The early Christian fathers were very interested in uncovering the continuities between their own faith and the earlier monotheistic tendencies of religions in the known world. Lactantius, a Christian philosopher and formative influence on the Roman Emperor Constantine, had argued for the existence of a prisca theologia, ‘ancient theology’, which could be found in all religion, but which had been subject to corruption before the corrective revelation of Christ. Before being baptized into the Church, St. Augustine had been a Manichean (a Gnostic sect of Zoroastrianism) and indeed, it may have been the similarity between the teachings of Zoroaster, who described a creative and benevolent ‘God of light’, and Christ which made conversion to Christianity all the more comfortable for him. Later in the early to middle part of the 19th century, German theologians and historians of the Romantic school theorized the existence of the Urreligion, ‘proto-religion’, following in particular the writings of Friedrich Creuzer.3 Whilst the reading of monotheism into the works of Homer and Hesiod after the Creuzerian mode may be fanciful, it may not be so ridiculous to claim (indeed, as the author of the Prose Edda did) that pagan gods were euhemerized human beings whose characteristics were mythologized and analogized against those of a Supreme Being.
In teaching doctrines such as the Trinity, Christianity opens to door to mystical exploration on the one hand, whilst also allowing the layman to pursue the simple faith in his daily life.
Monotheism is hardly a Christian innovation in the West. Socrates’ expression of derision for the polytheism of classical Athens appears to have been among the reasons for his execution – assuming that the account of his speech to the jury in Plato’s Apology is true – and Plato himself reached the conclusion that the Universe and all within it had been created by a δημιουργός, a ‘craftsman’, to whom belonged the creation of not only primordial matter but the ‘lesser’ gods and spirits which were described in mainstream Greek mythology.4 Many Greeks, perhaps influenced by the various philosophers who questioned the polytheism of public worship, adopted monotheistic practices from Judaism. Some of these were indistinguishable from Hellenised Jews, and became known as the ‘God-fearers’. Indeed, St. Paul’s speech to the Jews in Pisidian Antioch (a Greek city in Asia Minor) begins ‘Hear me, Israelites and God-fearers!’ (Acts 13:16) and the crowd to which the Apostles preached at Pentecost is described at length as being composed of people from many nations, ranging from Rome in the West to Arabia and Parthia in the East (Acts 2:9–11). Goethe, the prolific German Romantic poet and philosopher, also wrote sentimentally of the Hypsistarians, Greek colonists on the Black Sea coast of Pontus and the Crimea, who had adopted an indigenous hybrid of Greek pagan culture and Judaic monotheism, and who frequently offered sacrifices unto the Ὕψιστος ‘The Most High [God]’.5 Indeed, even the oracle of Apollo at the Turkish city of Klaros, when asked whether there was such a thing as a God called ‘Most High’, answered:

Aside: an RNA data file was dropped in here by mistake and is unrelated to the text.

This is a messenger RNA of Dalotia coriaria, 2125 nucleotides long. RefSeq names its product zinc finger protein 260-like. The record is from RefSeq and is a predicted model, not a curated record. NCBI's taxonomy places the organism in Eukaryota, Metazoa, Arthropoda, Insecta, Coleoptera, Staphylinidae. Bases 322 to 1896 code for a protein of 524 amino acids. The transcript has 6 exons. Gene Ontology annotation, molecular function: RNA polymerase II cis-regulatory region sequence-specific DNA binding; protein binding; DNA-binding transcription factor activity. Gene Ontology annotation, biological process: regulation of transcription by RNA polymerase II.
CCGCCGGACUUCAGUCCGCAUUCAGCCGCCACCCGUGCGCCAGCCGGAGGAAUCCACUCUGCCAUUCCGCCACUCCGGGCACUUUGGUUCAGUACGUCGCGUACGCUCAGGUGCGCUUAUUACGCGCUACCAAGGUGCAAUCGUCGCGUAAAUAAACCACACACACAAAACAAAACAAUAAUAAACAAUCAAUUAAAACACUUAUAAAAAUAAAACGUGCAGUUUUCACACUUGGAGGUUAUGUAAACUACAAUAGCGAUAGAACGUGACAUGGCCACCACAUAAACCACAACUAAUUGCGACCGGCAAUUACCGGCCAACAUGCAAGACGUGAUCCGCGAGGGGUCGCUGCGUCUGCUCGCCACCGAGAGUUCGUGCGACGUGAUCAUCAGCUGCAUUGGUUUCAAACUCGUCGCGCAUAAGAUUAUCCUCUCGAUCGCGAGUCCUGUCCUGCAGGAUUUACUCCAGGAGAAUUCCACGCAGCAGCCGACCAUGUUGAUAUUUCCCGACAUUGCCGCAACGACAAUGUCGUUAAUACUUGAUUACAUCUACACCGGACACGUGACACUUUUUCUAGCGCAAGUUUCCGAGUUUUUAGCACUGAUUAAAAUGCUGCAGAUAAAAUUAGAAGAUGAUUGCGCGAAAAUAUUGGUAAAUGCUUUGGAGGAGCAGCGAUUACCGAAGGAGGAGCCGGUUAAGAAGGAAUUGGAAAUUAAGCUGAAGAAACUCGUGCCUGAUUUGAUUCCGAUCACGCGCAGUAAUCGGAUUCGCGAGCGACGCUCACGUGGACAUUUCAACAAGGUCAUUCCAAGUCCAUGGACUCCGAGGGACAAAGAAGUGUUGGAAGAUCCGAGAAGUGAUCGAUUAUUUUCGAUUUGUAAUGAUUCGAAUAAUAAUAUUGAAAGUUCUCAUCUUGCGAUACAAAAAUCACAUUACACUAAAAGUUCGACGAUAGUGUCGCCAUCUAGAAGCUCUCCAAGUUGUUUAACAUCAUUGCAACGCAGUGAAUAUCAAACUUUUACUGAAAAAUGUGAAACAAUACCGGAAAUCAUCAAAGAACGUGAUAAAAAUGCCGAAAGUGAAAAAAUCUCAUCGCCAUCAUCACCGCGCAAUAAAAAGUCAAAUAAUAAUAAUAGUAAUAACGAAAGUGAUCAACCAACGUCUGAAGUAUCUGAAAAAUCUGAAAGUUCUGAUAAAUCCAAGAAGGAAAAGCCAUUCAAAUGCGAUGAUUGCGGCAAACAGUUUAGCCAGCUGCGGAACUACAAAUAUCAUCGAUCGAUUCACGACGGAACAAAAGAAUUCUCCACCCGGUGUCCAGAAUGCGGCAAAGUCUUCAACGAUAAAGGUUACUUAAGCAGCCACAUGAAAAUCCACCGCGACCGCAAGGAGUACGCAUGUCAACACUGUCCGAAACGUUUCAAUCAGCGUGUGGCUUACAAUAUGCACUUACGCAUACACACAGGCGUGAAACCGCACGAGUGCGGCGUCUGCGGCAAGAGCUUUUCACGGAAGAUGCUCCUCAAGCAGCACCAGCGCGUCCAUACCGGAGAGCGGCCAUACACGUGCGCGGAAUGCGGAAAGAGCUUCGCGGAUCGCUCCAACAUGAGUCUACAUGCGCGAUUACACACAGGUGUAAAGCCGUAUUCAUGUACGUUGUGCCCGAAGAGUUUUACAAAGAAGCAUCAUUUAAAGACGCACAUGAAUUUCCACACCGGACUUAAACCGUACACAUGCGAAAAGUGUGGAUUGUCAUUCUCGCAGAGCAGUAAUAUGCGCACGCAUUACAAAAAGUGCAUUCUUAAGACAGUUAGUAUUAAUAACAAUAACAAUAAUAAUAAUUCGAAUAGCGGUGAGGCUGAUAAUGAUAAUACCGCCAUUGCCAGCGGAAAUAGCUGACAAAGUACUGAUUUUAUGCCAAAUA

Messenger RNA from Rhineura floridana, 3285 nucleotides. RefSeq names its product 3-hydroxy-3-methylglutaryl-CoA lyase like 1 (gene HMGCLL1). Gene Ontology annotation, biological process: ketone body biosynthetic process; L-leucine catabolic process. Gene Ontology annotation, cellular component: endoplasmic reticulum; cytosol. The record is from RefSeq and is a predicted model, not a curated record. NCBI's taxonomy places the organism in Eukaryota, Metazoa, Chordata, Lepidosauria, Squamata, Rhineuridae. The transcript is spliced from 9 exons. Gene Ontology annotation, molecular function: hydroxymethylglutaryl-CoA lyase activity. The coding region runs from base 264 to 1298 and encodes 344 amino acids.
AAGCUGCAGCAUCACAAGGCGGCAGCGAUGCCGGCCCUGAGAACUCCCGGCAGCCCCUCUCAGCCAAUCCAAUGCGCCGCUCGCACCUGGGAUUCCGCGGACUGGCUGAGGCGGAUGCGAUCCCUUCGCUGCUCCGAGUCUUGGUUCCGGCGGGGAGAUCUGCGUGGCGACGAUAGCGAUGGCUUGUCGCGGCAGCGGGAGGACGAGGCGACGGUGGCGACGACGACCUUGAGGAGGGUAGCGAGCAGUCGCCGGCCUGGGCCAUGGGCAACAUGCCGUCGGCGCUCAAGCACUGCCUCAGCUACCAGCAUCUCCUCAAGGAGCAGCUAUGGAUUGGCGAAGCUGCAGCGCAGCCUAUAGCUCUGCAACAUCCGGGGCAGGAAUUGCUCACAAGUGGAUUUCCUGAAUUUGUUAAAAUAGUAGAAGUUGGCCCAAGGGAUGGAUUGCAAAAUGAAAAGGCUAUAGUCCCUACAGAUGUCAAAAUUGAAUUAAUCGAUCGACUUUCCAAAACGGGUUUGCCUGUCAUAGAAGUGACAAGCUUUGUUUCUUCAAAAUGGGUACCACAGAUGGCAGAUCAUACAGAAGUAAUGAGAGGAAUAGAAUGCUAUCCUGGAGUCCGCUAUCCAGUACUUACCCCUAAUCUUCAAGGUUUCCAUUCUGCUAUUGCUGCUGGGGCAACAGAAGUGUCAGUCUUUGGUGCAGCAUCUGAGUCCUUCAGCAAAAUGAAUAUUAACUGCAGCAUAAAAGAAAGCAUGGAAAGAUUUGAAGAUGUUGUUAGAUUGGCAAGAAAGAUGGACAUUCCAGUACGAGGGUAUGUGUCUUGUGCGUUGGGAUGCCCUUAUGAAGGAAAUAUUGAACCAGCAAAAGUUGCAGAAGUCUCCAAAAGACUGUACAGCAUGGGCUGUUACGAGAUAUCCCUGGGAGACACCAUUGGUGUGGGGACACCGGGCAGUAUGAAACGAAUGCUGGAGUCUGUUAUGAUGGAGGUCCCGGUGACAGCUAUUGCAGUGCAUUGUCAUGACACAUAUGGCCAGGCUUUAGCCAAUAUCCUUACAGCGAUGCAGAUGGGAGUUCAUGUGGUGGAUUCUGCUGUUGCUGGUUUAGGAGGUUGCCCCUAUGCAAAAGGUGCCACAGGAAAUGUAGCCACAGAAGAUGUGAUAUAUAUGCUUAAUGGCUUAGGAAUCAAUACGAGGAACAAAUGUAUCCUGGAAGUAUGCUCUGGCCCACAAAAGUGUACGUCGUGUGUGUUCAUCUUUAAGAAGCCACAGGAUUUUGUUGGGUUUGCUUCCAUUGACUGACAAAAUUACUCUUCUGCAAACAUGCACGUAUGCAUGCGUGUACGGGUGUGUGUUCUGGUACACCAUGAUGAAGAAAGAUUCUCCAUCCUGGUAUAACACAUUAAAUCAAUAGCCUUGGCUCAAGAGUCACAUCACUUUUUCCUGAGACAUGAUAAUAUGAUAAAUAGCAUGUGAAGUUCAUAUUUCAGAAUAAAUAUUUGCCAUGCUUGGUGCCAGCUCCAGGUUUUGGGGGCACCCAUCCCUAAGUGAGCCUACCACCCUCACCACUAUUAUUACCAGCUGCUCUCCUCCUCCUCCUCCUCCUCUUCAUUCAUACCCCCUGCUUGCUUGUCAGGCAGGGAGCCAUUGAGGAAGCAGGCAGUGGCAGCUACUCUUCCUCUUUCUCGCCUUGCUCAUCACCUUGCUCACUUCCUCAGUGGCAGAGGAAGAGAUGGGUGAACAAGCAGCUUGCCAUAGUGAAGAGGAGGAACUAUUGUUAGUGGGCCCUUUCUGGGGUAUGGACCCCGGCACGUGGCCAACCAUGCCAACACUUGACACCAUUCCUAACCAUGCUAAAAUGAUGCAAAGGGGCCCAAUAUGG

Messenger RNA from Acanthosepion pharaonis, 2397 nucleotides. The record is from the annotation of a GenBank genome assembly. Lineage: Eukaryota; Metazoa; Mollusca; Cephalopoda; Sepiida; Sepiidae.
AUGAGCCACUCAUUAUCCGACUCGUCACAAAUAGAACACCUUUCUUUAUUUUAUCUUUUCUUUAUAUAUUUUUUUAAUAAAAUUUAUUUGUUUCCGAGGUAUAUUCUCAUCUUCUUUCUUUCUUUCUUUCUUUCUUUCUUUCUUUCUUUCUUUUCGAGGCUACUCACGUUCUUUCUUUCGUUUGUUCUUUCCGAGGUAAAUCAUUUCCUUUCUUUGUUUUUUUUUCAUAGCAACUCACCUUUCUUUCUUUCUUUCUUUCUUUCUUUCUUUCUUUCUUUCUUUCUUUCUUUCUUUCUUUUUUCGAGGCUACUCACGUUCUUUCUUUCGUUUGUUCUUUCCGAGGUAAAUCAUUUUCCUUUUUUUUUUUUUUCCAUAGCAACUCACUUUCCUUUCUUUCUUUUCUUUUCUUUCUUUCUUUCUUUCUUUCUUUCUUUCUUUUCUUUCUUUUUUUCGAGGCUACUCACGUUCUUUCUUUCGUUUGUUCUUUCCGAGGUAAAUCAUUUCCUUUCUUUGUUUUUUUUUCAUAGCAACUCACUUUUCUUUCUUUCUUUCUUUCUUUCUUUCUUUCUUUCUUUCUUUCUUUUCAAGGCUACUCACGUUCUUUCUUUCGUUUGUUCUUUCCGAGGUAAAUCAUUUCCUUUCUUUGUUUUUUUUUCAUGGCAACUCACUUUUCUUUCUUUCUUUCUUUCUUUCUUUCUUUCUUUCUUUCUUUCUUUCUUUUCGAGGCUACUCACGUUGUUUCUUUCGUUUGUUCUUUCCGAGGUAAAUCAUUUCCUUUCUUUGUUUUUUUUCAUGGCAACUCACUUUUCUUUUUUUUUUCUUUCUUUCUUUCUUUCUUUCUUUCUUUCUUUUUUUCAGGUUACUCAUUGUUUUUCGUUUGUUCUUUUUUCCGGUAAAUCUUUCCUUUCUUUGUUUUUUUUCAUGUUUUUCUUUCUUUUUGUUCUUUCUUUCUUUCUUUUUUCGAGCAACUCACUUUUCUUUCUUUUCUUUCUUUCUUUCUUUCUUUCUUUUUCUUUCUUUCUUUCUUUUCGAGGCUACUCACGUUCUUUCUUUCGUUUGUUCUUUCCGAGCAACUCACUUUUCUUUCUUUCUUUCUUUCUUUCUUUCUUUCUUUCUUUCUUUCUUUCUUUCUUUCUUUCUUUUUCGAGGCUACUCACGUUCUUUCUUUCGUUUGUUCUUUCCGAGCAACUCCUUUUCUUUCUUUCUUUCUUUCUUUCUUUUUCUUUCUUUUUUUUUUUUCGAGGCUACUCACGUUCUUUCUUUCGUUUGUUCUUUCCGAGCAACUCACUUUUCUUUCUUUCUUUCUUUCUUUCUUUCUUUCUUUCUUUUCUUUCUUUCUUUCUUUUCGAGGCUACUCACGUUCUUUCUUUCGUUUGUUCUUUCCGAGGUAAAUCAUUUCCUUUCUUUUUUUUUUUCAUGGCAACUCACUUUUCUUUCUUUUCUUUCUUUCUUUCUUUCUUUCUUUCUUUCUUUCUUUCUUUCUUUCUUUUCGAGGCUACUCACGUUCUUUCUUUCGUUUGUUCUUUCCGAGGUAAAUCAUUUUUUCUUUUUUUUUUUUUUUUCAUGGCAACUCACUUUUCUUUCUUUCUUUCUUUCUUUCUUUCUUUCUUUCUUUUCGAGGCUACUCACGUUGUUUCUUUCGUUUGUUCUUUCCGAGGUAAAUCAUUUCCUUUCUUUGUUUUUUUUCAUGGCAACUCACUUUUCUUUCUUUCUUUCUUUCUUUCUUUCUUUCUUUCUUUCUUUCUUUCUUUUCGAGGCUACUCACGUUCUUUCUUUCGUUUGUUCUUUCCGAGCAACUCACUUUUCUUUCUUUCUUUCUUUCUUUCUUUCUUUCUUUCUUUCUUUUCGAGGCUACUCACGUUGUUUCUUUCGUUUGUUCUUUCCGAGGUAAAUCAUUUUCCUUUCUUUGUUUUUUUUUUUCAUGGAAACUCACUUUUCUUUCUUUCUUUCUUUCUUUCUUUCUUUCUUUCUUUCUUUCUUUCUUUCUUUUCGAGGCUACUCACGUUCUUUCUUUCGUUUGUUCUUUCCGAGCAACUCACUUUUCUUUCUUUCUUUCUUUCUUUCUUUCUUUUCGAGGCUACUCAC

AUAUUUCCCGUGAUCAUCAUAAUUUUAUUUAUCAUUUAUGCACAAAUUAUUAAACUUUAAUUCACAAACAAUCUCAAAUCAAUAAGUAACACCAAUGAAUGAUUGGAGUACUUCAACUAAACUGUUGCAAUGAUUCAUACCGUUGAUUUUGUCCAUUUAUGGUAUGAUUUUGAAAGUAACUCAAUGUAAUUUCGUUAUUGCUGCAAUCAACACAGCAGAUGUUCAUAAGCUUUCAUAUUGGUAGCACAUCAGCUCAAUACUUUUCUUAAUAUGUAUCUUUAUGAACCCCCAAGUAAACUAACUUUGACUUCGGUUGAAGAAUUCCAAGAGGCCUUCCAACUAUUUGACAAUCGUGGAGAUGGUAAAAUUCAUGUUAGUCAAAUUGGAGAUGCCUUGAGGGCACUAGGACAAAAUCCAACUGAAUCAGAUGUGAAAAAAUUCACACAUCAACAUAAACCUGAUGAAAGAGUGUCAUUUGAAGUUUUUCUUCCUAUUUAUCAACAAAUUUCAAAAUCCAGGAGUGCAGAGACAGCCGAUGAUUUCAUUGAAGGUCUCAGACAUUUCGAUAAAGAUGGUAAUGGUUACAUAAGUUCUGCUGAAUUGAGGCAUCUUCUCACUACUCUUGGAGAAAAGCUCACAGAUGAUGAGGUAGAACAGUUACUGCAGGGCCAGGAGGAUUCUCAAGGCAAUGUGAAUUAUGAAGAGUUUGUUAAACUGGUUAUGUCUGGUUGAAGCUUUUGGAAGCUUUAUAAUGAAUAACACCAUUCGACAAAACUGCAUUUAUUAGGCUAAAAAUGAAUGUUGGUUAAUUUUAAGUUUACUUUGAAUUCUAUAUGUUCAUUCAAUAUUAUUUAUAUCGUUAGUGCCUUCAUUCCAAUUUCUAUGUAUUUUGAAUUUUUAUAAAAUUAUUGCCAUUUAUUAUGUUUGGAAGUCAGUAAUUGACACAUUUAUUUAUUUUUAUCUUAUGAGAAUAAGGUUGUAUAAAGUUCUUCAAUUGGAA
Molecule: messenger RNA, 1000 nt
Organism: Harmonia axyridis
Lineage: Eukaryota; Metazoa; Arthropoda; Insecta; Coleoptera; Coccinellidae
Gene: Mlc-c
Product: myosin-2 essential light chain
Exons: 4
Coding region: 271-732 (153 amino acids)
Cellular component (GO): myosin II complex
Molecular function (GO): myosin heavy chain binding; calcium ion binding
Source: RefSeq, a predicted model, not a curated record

He is the Lord of all things, self-originated, self-produced, ineffably ruling all things, encompassing the heavens, spreading across the Earth.6
If we were to conclude that there is, therefore, a single Supreme Being who is the metaphysical sum of everything that exists, whose discovery is the result of serious reflection on cosmology, known even unto European pagans – a Being from whom all religious experience is ultimately derived, and all religious worship directed in its most primitive form – then we must ask how appropriate it is for us to worship Him in such diverse ways. There are many monotheistic religions, some of which claim to be more ‘orthodox’ than others, but all of which claim to be correct.
I tend to distinguish between ‘radical’ and ‘mystical’ forms of monotheism when engaging in the study of comparative religion. In a basic sense, this distinction refers to those monotheistic faiths which emphasize a single God in perfect unity with Himself, who exists outside of the created Universe, but who nevertheless reigns over it with absolute authority, over and against faiths which may divide a single divinity into parts or manifestations which, they claim, can be experienced separately or through wholly diverse praxes. Orthodox forms of Judaism, Islam, Zoroastrianism and Unitarian Christianity (but also other smaller faiths such as Sikhism and Baha’ism, both of which owe their development at least somewhat to Islam) fall into the former camp, whilst esoteric forms of Christianity such as Gnosticism and Hermeticism, monotheistic interpretations of Hinduism, and some forms of Kabbalistic Judaism fall into the latter category. As one might immediately notice, for the most part the former entail absolute submission or obedience to God, whilst the latter place more emphasis on personal experiences of Him induced by a complex and often taboo ritualistic praxis.